Hoof Care for Horses


Hoof care is an extremely important part of responsible equine ownership. Unfortunately, as hooves aren’t generally visible day to day, they are something that easily get overlooked in favor of the more obvious aspects of looking after a horse. Nevertheless, daily care and attention to your horse’s hooves are essential, if you are to help your equine avoid serious and potentially life-threatening problems.

Why is hoof care so important?

While many people think of hooves are just like human feet, they are actually considerably more vital to the health of a horse. Horses don’t have digits or claws to support their weight, grip the ground and enable them to move. Instead they developed hooves, which are essentially overgrown toenails that have wrapped all the way around the large toe at the base of the leg. These are much more robust than the soft pads of other animals and can better support the weight of the horse as it moves quickly over hard ground.

However, much like regular toenails, hooves must be properly cared for or they can crack, chip, split or even break off in to pieces. If this happens, it can cause problems including:

  • Poor balance
  • Decrease in the stride of your horse
  • Pain when your horse stands, walks or canters
  • Lameness

Clearing her hooves of debris

You are responsible for the day to day care of your horse, including her feet. The single most important thing that you can do for her hooves is to pick them out each day, removing any stones or small objects that may have become lodged in them. You should also pry out any packed-in debris and clear the crevice of the frog part of her hoof. By the time you have finished cleaning each hoof, you should be able to see the entire surface of the sole.

Things to look out for when picking out your horse’s feet

There are various injuries and potential health problems that you may be able to identify when picking out your horse’ hooves. Spotting these and seeking treatment early is crucial if you are to protect the long-term wellbeing of your equine.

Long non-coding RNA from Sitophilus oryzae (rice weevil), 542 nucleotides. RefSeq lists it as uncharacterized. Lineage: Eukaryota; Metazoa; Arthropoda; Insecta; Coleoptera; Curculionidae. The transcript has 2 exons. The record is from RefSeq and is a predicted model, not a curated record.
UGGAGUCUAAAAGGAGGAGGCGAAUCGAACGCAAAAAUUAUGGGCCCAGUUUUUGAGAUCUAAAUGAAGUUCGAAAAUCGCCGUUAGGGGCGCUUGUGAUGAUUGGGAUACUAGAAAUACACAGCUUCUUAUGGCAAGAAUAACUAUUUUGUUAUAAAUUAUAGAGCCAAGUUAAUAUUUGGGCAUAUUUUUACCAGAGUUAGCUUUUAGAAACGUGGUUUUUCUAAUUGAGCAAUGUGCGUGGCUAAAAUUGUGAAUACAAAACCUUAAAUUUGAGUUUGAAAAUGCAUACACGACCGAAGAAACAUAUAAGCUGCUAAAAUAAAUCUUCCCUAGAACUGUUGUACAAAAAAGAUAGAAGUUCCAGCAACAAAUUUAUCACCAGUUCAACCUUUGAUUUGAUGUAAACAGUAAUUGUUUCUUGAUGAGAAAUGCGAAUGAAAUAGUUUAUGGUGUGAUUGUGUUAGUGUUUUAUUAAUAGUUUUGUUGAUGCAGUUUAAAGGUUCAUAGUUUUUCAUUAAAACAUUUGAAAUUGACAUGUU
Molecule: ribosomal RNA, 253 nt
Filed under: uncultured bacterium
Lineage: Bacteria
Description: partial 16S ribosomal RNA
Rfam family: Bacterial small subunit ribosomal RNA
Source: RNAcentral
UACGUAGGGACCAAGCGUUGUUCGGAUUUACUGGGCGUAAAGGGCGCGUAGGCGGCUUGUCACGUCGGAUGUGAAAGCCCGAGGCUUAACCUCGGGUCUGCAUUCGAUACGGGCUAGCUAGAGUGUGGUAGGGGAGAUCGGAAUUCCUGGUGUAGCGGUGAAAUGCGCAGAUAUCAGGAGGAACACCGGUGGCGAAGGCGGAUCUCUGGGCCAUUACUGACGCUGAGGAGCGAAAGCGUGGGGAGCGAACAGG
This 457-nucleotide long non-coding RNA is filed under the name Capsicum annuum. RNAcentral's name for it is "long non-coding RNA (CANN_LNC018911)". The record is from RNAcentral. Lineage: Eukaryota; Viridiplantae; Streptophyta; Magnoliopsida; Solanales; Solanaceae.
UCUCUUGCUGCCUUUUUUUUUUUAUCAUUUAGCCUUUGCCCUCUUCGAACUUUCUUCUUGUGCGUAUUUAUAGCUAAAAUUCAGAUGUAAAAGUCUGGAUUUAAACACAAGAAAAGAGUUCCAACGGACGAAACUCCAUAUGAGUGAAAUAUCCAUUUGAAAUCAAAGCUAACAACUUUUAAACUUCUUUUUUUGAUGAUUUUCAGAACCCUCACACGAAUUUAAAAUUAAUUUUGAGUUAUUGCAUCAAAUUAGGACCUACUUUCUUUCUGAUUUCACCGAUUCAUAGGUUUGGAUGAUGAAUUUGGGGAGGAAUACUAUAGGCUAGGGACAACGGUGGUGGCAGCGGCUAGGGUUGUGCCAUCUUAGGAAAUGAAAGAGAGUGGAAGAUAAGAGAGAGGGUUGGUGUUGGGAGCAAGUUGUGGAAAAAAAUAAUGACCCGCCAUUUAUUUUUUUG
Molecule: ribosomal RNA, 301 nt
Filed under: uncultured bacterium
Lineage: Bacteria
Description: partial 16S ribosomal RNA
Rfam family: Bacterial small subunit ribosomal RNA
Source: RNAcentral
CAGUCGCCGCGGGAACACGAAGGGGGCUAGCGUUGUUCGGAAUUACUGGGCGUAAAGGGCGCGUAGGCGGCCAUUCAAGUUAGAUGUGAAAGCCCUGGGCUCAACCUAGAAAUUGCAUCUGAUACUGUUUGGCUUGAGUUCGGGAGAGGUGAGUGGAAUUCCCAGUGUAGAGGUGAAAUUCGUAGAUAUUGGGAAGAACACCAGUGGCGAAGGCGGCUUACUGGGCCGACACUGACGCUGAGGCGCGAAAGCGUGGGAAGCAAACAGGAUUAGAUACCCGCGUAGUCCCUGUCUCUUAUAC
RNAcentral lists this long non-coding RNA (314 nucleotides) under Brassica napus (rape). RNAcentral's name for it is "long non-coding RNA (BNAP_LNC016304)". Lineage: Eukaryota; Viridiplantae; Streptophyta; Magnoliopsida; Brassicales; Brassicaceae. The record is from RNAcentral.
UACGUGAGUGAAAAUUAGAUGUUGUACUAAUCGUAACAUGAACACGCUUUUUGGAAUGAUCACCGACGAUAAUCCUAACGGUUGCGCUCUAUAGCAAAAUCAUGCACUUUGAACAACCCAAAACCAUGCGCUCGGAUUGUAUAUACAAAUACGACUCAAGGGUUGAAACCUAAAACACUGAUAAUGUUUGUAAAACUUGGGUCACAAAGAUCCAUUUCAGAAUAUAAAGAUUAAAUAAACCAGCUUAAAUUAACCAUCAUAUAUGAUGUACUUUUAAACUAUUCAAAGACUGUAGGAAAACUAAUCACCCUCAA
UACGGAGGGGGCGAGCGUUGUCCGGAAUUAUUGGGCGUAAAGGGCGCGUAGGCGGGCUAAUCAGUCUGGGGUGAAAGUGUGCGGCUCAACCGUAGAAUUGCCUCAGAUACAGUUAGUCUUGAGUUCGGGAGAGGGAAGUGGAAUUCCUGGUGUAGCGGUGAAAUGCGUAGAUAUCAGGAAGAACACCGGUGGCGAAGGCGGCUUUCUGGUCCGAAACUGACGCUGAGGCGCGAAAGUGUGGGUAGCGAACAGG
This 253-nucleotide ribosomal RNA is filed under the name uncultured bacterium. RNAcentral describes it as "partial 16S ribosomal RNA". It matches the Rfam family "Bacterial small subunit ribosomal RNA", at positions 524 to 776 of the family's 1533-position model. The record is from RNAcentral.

1. Thrush. Characterized by a foul smell and oozing from the cleft of the frog, thrush is a bacterial infection that is normally caused by prolonged standing in mud, manure or wet hay.
  2. Abscess. If your horse’s foot feels warmer than normal, and/or her digital pulse feels stronger than usual, it could indicate that she is battling an abscess inside the hoof. These are most often caused by an overlooked puncture or a badly placed shoeing nail. Left untreated, an inflammatory condition called laminitis can occur. Laminitis can cause severe, irreversible damage to the hoof and in some cases, even be fatal.
  3. Puncture. Puncturing of the sole of your horse’s foot is a very common problem. Sometimes the foreign object may remain stuck in her sole. While it may be very tempting just to pull it out, you should instead stabilize the object using wrapping and tape and get your veterinarian to assess how deep the penetration is and whether removing it will cause any significant damage. Your vet has the skill and knowledge to be able to remove any foreign objects safely.
  4. Cracks. Most horses develop at least one crack in their hooves at some point during their lifetime. They can occur for many reasons, including nutritional deficiency, prolonged exposure to very wet or very dry conditions, or extensive time spent on rocky or paved surfaces. While most cracks resolve themselves as the hoof continues to grow, sometimes intervention is needed.

Checking the condition of shoes

If your horse wears shoes, it is also important that you assess their condition regularly. Depending on the workload of your horse, you can expect shoes to last between three and six weeks. We recommend checking them every two to three weeks and if the shoes are significantly worn, arrange for them to be replaced sooner.

Stable health

If your horse is stabled, it is essential that her bedding is kept clean and dry. Dirty, wet bedding is the perfect breeding ground for bacteria and can cause your horse to develop bacterial conditions such as thrush. Cleaning and drying your equine’s hooves will help, but ideally you should ensure that your animal can benefit from a warm, dry and clean environment in which to rest and sleep.

Support your horse to grow healthy hooves

Finally, the most important thing of all that you can do in terms of caring for your horse’s hooves is to support their growth. While some horses naturally have better hooves than others, there are some additional things that you can do that may help improve their health and quality. This includes:

  • Ensuring her nutritional needs are met
  • Adding a biotin supplement to her diet
  • Providing consistent opportunity for exercises

If you would like further information on how to care for your horse’s hooves, our dedicated and knowledgeable team would be delighted to help. We have more than three decades experience in providing outstanding quality care to our equines clients and their owners.